Nathaniel Cracknell Reading
Nathaniel Cracknell Reading was an excellent example of the Birmingham manufacturers who moved out of the crowded city to healthy Moseley in the latter half of the nineteenth century.
His great-grandfather Samuel was in business in Edmund Street in the late eighteenth century. His grandfather John opened a workshop for the production of jewellery chains in Spencer Street in 1847. His father Walter, described as a “very good patterner” in a family letter of 1855 and as a “gilt jeweller” on his death certificate of 1886, lived in New John Street West, but opened a new workshop at 186/7 Warstone Lane.
Reading was born in July 1849 to Walter and his wife Sarah Ann Griffin, who also had two daughters. He was educated privately in Harborne and began work at 16 in the family’s Warstone Lane premises. He married Emma Hannah Barnes in October 1873. He and his surviving sister Agnes took over the management of the firm, but she retired when she married Althans Blackwell who became a partner.
The business flourished and became well known for the production of “watch alberts, necklets, pendants and guards in rolled gold, best gilt and white metal”. The staff were mostly female and numbered between two and three hundred according to the demands of the trade. Examples of their craftsmanship are displayed in the British Museum and the firm’s extensive records are in the care of the Birmingham Central Library.
By 1900 the Warstone Lane building had been outgrown and new premises were built in Hall Street. This was one of the earliest Birmingham factories to be powered and lit by electricity and the first to install ball bearing shafting. The old blow pipe was replaced by a compressed air blower.
The firm, which was to become a limited company in 1923, remained in Hall Street until 1982 when it amalgamated with a similar manufacturing company but retained the name of N.C. Reading and Co. Subsequently, the firm moved out of the Jewellery Quarter to Ward Street, Newtown.
As a prominent member of Birmingham’s jewellery trade, Reading was a founder member and later both Honorary Treasurer and Vice-President of the Birmingham Jewellers’ and Silversmiths’ Association.
Reading and Althans Blackwell both moved to Moseley. The Reading home was Inglewood on Wake Green Road where Lench’s Trust now stands. It was a handsome brick building with a fine garden where Nathaniel lived until his death in 1924. The Blackwells built Brackley Dene, 30 Chantry Road, an outstanding house of its period which Althans’ daughter Agnes left to the Baptist Church in 1991. The subsequent sale attracted national attention because the building and its contents were original and so reflected the life style of a lost era.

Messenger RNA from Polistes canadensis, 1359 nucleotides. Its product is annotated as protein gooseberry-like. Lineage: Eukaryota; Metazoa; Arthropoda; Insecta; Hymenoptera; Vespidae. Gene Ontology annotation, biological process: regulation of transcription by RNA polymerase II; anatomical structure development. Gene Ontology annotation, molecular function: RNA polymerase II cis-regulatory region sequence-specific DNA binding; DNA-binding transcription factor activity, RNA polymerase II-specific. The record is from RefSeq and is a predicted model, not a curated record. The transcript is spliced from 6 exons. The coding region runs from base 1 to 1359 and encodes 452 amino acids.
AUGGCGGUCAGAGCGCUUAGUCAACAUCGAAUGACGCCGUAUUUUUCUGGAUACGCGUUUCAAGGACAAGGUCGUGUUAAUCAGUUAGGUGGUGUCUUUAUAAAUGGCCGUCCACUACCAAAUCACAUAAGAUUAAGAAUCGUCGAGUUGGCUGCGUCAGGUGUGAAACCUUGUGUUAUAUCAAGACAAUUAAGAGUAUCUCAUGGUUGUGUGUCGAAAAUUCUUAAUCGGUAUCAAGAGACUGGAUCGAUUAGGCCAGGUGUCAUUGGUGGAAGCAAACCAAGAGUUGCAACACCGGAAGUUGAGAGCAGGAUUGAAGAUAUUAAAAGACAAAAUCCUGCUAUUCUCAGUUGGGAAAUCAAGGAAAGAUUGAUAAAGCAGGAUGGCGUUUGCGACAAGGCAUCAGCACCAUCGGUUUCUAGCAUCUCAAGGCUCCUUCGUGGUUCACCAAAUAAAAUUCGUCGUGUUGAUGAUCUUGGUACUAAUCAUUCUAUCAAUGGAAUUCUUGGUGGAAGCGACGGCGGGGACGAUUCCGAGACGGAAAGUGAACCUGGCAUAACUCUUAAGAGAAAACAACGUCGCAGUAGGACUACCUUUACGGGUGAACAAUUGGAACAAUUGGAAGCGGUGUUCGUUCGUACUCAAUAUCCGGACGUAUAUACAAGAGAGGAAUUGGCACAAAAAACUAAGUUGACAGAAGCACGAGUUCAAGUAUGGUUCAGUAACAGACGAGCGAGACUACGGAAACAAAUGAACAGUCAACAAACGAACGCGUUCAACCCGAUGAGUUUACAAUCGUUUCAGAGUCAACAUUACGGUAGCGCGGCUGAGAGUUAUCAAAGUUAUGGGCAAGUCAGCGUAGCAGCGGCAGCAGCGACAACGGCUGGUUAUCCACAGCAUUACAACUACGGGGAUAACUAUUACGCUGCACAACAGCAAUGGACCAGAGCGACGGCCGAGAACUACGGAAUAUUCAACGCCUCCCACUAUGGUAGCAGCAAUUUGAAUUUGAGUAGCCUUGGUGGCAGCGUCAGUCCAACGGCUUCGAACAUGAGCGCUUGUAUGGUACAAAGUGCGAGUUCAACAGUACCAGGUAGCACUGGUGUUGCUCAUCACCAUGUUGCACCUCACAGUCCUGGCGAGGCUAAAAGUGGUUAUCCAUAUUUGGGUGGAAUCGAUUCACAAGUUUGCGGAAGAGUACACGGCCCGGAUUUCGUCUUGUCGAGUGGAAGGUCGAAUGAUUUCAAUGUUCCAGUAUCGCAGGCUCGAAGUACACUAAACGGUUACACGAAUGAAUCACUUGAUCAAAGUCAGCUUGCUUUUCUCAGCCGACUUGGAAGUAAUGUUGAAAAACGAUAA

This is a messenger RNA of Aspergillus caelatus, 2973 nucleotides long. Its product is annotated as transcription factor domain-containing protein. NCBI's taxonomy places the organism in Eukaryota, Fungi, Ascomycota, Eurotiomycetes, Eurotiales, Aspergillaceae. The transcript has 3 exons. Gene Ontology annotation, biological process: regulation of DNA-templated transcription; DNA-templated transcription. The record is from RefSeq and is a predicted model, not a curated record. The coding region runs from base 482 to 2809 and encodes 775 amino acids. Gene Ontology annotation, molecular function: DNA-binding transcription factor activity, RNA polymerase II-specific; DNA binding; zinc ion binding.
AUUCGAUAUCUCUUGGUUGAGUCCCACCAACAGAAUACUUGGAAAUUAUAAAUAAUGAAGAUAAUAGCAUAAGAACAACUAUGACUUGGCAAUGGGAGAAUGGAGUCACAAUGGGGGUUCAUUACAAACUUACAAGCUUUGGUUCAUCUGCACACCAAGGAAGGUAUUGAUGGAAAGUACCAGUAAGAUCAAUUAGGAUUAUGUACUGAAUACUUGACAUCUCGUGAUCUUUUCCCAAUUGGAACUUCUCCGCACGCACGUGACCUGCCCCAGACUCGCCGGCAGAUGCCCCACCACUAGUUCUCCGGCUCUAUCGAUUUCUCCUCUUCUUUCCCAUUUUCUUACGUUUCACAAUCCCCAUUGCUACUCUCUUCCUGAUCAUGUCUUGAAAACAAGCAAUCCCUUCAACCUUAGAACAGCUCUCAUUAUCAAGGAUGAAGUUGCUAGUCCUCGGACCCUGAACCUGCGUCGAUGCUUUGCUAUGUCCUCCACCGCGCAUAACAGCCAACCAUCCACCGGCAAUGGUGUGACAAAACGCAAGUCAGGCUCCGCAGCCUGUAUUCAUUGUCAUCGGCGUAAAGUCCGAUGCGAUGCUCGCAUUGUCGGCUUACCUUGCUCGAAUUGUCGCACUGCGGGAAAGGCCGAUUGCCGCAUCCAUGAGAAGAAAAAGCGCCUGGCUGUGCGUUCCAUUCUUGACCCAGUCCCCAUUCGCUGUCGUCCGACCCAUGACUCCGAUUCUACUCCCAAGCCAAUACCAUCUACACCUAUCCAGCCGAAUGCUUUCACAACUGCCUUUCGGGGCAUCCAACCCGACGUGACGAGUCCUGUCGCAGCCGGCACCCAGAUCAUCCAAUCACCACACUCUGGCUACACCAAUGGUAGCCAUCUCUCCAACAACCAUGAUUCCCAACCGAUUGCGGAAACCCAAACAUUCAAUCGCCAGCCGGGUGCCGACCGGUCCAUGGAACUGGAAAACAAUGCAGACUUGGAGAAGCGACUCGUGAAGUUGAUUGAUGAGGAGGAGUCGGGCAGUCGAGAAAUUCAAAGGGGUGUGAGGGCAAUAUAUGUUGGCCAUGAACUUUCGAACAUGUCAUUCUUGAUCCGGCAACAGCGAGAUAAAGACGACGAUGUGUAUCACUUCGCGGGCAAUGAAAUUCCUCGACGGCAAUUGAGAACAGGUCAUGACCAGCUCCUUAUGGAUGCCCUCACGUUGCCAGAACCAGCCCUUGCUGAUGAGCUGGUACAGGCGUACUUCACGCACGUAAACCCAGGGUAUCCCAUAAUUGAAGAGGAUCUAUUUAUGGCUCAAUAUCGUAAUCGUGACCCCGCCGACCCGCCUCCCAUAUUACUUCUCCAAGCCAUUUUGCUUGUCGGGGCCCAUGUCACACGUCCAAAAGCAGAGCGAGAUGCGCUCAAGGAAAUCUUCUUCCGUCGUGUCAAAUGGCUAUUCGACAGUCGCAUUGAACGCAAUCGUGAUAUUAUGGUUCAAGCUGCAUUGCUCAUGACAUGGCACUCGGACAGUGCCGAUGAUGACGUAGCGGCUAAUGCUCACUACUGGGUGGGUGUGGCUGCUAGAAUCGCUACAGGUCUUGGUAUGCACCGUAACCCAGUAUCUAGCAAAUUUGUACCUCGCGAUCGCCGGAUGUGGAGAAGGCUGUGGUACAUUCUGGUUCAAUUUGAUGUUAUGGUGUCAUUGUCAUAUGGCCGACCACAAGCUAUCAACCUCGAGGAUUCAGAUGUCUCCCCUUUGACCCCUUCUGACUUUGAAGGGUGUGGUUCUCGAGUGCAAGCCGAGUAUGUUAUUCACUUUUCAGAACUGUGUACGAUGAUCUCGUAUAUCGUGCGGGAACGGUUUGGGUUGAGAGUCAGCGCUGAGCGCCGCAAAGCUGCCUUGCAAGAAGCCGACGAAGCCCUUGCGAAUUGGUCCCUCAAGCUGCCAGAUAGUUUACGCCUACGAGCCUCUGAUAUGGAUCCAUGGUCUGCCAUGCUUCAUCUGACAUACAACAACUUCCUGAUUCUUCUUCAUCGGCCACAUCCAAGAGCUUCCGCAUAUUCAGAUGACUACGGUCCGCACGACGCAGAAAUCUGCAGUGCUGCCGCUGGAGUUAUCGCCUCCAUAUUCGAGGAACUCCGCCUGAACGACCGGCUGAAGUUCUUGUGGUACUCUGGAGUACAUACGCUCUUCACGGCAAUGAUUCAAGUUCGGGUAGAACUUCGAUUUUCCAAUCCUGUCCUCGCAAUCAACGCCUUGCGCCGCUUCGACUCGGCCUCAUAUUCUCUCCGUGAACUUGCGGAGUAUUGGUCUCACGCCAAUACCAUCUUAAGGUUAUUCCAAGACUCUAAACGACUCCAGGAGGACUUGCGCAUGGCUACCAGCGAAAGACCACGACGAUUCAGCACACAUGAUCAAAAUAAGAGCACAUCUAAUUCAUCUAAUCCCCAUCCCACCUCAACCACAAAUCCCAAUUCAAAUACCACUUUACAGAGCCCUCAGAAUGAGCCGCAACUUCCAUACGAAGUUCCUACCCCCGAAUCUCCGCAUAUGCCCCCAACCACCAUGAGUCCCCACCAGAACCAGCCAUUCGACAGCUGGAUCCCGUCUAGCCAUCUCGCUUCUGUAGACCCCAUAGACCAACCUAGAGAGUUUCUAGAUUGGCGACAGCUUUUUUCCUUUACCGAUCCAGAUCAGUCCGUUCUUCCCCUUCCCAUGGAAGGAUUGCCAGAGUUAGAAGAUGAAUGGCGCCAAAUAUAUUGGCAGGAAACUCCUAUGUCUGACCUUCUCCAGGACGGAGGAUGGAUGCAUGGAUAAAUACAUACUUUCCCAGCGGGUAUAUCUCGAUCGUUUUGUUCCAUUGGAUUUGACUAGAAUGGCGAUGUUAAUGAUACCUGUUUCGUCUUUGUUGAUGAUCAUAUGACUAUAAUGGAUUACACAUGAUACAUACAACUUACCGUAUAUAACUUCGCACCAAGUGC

Reading took an active part in the pleasant Moseley social life which lasted until the First World War. He was a founder member of the Moseley Baptist Church in Oxford Road which was a centre for various activities such as a literary society, as well as for worship. He was a founder of the Moseley and Balsall Heath Institute and “helped materially in the erection of the fine building”, so his name is inscribed on thefoundation stone. He was a member and ultimately President of the Moseley Rugby Football Club, and Honorary Secretary of the Moseley Quoit and Bowling Club in Church Road.
One of his greatest contributions to local life was in the development of political representation. He was the first Honorary Secretary of the Moseley Liberal Unionist Association and acted as honorary secretary also to Austen Chamberlain, then Member of Parliament for East Worcestershire. He was an original member of the Kings Norton Parish Council was was created in 1894, and was its Vice-Chairman for 1896 to 1899. In 1899 Balsall Heath became part of the City of Birmingham and he was elected as a councillor for that ward. Its boundary with Moseley lay along Edgbaston Road and Brighton Road but the parish of Kings Norton, which included Moseley, remained in Worcestershire until 1911.
He was particularly interested in the Baths and Parks committee of the City and its successor the Parks Committee, chairing the former in 1910 and the latter from 1910 to 1912. He represented Birmingham City council on the Board of the Proof House and on the Board of Guardians, which supervised the care of the poor. From 1914 until he retired from the Council in 1921 he was an Alderman of the City. As a prominent and highly respected local figure, he was a Birmingham magistrate from 1904 onwards, specialising in Children’s Court work, and was a Trustee of Fentham’s Trust.
Moseley and Birmingham were well served by this hard-working, responsible citizen of many skills and interests. Perhaps his name will be commemorated appropriately in some future local development.
Alison Fairn (from Some Moseley Personalities Volume II 1994)
- Reading family papers, including:
- 1847-1947, The Centenary of NC Reading & Co. Ltd.
- More History of the Reading Family, 1700s-1990, compiled by Lois J Burfield
- At Birmingham Central Library:
- The Birmingham Mail for 31st March, 1924
- Cornish’s Birmingham Year Book, 1912
- The Birmingham Evening Despatch, Vol. I